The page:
A Dozen to Ditch: Things You Should Throw Out Today


Get the trash can. It’s tossing time. You already know to start with the obvious, like expired foods, old vitamins and—because it accumulates bacteria—makeup. But there’s plenty more to ditch, donate, or recycle.

A Dozen to Ditch

Linens and towels. Some experts say to discard bed linens every two years or so, but depending on use, you can keep them much longer. Just be sure to eyeball them for wear. Retired sheets make good drop cloths and worn towels are welcome at vet offices and animal shelters.

Pillows. Can’t recall the last time you bought a new bed pillow? Then it’s past time to replace yours. Oils, hair, skin—they’re on and inside pillows eventually, and so are dust mites. Pillows wear out and stop supporting your head and neck, too. Replace pillows annually or sooner, if they’re lumpy or have to be fluffed to feel right.

User manuals. Check if an appliance, tool or computer manual exists online. If it does, get rid of the paper version. If there’s no online version, scan it and then trash it.

Electronics. Round up chargers, cords, old phones, and unused laptops or tablets. Get rid of whatever is worn or outmoded. Don’t just throw these in the trash—batteries and other components can be hazardous. Many local governments or electronics stores take these items for safe disposal.

Cookware. Some cookware, like cast iron, improves with age. Most doesn’t. Scratched nonstick cookware is a problem. Those scratches can flake nonstick coating into your food. Toss it. Donate other pots, pans and specialized cookware that you don’t use often enough to justify storing it.

Unused or incomplete kitchen gadgets. The mixer with one beater missing. A two-slot toaster with one faulty slot. A bulky coffee maker you replaced with the “coffee pod” version. Say goodbye. If they function, like the coffee maker, donate them to a charity secondhand shop or a college kid.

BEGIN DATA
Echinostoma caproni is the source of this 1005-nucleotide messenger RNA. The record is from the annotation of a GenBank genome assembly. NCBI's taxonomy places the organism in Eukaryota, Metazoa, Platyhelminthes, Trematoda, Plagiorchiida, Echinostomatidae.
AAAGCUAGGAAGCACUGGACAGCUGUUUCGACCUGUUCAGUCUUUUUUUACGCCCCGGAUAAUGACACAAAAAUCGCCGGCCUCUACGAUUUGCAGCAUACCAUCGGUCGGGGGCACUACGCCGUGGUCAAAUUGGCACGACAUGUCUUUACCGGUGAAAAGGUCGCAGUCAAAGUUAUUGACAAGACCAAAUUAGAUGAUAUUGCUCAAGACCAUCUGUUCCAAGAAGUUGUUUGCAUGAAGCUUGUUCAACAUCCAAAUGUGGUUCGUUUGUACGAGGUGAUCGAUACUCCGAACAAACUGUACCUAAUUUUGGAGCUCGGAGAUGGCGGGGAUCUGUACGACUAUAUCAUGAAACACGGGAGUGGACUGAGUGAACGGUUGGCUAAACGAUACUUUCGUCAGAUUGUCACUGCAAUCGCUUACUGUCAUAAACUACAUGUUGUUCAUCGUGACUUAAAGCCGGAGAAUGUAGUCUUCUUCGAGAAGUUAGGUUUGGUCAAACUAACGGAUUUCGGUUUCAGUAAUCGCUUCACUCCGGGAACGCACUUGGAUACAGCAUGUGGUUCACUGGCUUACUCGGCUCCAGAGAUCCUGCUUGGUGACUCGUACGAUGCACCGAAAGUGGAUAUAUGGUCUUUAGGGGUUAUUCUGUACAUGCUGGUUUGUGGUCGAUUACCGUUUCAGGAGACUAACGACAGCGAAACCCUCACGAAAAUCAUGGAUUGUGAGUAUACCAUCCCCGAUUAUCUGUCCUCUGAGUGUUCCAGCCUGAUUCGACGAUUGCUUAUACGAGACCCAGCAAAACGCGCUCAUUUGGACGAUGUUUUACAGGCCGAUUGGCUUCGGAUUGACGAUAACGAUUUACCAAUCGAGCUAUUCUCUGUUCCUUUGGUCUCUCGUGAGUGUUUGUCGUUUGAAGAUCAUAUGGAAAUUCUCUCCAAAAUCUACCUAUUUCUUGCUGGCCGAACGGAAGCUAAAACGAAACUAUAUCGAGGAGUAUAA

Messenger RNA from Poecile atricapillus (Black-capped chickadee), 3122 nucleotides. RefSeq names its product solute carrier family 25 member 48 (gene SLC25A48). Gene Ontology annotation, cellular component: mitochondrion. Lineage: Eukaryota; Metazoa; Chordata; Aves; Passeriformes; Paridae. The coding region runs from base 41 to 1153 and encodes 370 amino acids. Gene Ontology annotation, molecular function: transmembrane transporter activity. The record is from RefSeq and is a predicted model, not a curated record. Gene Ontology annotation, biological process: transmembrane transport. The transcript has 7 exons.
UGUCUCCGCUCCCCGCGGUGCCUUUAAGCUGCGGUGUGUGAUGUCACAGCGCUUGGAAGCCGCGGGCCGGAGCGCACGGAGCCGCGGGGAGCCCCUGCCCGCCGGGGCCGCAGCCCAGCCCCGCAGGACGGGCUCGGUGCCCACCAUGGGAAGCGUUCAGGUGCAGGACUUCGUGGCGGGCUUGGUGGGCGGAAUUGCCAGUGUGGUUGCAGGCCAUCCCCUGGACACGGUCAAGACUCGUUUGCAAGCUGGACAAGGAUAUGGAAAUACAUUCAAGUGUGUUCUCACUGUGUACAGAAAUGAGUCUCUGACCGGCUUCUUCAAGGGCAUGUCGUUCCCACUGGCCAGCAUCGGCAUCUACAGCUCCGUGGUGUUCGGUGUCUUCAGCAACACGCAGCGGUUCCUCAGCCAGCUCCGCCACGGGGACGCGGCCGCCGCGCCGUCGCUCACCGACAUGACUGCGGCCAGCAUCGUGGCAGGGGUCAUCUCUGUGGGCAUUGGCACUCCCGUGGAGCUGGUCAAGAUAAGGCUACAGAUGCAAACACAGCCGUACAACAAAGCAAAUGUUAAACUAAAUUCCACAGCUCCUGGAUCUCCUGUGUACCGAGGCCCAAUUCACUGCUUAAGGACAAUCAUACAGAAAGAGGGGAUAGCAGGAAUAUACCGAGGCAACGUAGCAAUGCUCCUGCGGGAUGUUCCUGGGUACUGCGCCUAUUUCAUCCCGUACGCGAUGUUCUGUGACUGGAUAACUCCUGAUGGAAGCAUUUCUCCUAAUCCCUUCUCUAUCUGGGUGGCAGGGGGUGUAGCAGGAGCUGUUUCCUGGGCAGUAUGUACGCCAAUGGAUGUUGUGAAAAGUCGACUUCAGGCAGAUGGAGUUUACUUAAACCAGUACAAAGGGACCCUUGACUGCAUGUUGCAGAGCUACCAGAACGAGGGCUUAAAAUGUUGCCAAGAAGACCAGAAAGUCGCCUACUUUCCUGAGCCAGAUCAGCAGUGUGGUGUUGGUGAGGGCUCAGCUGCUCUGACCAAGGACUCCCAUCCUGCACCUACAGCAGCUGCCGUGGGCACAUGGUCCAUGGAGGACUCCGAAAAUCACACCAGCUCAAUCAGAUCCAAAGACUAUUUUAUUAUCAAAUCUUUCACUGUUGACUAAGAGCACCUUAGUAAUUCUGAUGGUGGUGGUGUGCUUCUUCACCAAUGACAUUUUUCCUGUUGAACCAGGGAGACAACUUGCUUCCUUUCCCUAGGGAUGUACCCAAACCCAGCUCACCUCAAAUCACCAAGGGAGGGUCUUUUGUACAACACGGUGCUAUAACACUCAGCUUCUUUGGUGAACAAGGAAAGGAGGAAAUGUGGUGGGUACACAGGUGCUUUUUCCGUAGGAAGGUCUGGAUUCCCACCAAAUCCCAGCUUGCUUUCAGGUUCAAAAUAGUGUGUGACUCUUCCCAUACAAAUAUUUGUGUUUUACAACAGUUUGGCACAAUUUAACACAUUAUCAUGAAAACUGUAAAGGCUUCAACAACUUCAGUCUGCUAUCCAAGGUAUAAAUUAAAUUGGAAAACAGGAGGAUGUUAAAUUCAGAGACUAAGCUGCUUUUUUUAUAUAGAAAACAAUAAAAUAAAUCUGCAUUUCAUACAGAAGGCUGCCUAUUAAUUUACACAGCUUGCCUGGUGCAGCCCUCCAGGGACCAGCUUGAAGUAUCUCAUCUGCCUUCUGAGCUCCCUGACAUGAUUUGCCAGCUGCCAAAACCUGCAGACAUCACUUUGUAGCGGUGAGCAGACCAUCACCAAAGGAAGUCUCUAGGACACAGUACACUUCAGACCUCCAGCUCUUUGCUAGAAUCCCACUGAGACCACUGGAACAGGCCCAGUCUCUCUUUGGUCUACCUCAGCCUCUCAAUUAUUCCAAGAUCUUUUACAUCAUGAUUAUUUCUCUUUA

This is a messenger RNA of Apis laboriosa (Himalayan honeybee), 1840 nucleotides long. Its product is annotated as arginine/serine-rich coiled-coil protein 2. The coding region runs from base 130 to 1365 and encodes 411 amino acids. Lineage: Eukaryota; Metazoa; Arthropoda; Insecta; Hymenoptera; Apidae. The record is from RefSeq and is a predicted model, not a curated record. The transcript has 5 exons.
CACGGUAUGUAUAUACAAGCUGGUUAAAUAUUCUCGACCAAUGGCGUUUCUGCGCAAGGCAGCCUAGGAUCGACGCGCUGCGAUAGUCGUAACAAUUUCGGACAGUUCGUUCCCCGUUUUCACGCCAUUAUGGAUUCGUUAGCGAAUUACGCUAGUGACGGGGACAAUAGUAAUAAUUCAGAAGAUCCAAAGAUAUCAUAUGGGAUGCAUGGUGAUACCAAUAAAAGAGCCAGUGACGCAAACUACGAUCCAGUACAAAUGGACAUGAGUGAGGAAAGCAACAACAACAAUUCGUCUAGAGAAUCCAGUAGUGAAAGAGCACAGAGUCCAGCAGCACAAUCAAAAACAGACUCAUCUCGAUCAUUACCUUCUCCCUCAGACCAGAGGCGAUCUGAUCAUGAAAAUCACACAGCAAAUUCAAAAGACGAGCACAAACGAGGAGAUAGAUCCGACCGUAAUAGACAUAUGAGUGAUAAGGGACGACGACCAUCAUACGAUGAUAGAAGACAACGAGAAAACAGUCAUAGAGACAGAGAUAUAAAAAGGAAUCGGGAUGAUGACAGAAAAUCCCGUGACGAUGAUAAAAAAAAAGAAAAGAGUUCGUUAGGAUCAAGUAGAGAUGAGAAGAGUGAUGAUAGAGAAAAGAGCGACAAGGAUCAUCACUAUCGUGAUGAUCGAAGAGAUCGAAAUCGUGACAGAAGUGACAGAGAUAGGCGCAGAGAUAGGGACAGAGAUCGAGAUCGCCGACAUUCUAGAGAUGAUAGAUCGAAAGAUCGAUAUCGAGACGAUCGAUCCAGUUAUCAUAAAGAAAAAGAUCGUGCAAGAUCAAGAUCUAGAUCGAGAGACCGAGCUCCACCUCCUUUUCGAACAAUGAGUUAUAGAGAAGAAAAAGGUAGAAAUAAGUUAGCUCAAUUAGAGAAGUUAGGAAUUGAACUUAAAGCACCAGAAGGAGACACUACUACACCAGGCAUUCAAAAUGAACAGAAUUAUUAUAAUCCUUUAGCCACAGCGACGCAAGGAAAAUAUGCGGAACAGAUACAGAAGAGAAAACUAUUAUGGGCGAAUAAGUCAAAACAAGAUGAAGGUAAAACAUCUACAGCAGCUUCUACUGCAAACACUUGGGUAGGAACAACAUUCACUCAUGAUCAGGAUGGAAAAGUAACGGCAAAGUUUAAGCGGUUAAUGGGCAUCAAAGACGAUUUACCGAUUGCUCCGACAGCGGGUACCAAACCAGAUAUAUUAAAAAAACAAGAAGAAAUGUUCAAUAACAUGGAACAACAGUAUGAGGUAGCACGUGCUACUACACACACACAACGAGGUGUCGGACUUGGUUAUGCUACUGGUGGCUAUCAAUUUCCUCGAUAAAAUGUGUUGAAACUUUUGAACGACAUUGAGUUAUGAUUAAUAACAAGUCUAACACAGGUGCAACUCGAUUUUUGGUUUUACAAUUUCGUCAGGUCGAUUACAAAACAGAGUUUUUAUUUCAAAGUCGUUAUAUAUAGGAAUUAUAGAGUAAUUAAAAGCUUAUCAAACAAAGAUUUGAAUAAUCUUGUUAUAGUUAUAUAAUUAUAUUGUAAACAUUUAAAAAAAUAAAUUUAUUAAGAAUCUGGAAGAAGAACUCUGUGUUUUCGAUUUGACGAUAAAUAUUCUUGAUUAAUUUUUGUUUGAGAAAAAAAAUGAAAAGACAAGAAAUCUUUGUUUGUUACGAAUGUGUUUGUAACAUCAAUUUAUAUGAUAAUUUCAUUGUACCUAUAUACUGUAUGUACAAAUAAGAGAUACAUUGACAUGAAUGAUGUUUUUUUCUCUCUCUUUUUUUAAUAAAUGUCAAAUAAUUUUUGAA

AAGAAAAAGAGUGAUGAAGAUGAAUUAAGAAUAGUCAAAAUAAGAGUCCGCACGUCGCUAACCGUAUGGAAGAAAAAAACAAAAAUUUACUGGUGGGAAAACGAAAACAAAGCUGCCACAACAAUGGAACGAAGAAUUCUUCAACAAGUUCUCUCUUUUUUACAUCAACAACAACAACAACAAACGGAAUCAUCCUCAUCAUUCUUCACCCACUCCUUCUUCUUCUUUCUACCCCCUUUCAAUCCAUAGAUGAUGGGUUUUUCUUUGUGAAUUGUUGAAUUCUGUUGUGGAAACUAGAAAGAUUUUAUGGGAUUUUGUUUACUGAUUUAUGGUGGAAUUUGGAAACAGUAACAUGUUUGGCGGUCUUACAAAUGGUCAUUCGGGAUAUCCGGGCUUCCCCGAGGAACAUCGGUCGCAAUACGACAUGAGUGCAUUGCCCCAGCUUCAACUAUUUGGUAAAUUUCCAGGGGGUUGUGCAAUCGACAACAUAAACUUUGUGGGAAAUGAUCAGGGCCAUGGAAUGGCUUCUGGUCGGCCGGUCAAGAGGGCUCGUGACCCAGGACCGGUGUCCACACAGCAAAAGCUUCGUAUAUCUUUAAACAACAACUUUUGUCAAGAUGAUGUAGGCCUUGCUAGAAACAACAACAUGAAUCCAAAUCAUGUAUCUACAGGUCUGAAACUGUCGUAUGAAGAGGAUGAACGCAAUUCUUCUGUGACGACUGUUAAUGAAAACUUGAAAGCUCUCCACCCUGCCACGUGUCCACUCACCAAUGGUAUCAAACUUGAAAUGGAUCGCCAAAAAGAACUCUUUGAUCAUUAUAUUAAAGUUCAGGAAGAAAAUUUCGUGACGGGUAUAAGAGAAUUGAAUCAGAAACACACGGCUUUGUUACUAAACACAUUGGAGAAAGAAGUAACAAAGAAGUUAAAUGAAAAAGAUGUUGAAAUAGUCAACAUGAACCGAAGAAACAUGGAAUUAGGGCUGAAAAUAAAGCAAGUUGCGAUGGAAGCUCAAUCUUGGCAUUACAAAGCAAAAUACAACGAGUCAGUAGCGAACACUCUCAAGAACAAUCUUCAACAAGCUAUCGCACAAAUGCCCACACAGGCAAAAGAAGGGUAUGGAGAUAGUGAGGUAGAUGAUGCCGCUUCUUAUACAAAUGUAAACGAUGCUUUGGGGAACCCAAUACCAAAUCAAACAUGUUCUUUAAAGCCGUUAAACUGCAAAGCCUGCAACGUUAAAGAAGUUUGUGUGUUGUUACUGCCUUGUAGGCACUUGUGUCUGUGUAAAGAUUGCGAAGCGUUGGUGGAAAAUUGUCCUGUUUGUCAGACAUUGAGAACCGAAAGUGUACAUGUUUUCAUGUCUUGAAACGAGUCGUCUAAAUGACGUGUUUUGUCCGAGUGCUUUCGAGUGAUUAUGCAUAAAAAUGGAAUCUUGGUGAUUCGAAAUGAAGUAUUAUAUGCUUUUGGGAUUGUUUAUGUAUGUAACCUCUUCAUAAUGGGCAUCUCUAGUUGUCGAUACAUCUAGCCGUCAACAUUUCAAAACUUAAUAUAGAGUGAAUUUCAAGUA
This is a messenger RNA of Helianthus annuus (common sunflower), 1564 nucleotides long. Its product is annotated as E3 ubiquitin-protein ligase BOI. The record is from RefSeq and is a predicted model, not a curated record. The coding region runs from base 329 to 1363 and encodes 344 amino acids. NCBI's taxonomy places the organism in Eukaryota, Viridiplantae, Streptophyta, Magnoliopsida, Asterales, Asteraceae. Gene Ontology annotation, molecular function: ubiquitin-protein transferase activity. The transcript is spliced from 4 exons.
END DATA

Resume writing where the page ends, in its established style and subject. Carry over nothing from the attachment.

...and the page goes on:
Plastic food containers. They’re reusable, and that’s great. But they degrade over time and warp, crack, or absorb smells and stains you can’t wash away. Check regularly. Some can be recycled or repurposed to hold non-food items like nails or screws.

Cookbooks. Not all of them, just the ones you seldom use. Scan recipes you want and donate or recycle the space-gobbling books.

Office junk. If you’re of a certain age, you’ve amassed business cards, Rolodex cards, CD-ROMs, name tags, and work-conference freebies (yet another stress ball or coffee mug with a corporate logo). Scan cards, then throw them out with the rest. Ditch old pens too.

Free samples. Miniature shampoos, lotions, etc. from hotels or tiny toothpastes from the dentist are great if you use them. So use them, toss them, or if they’re unopened, donate them. Some homeless shelters accept unused, travel-sized toiletries.

Contact lens cases. You know to change your toothbrush, but did you know to change your lens case too? They’re durable, but invisible buildup can make them less than sanitary. Change every three months.

Shoes. You really won’t wear those shoes you only kept because they match one outfit you loved years ago. Cull them, and maybe the outfit. Go through other shoes ruthlessly. Old shoes might look OK but can be broken down inside and can cause injuries.

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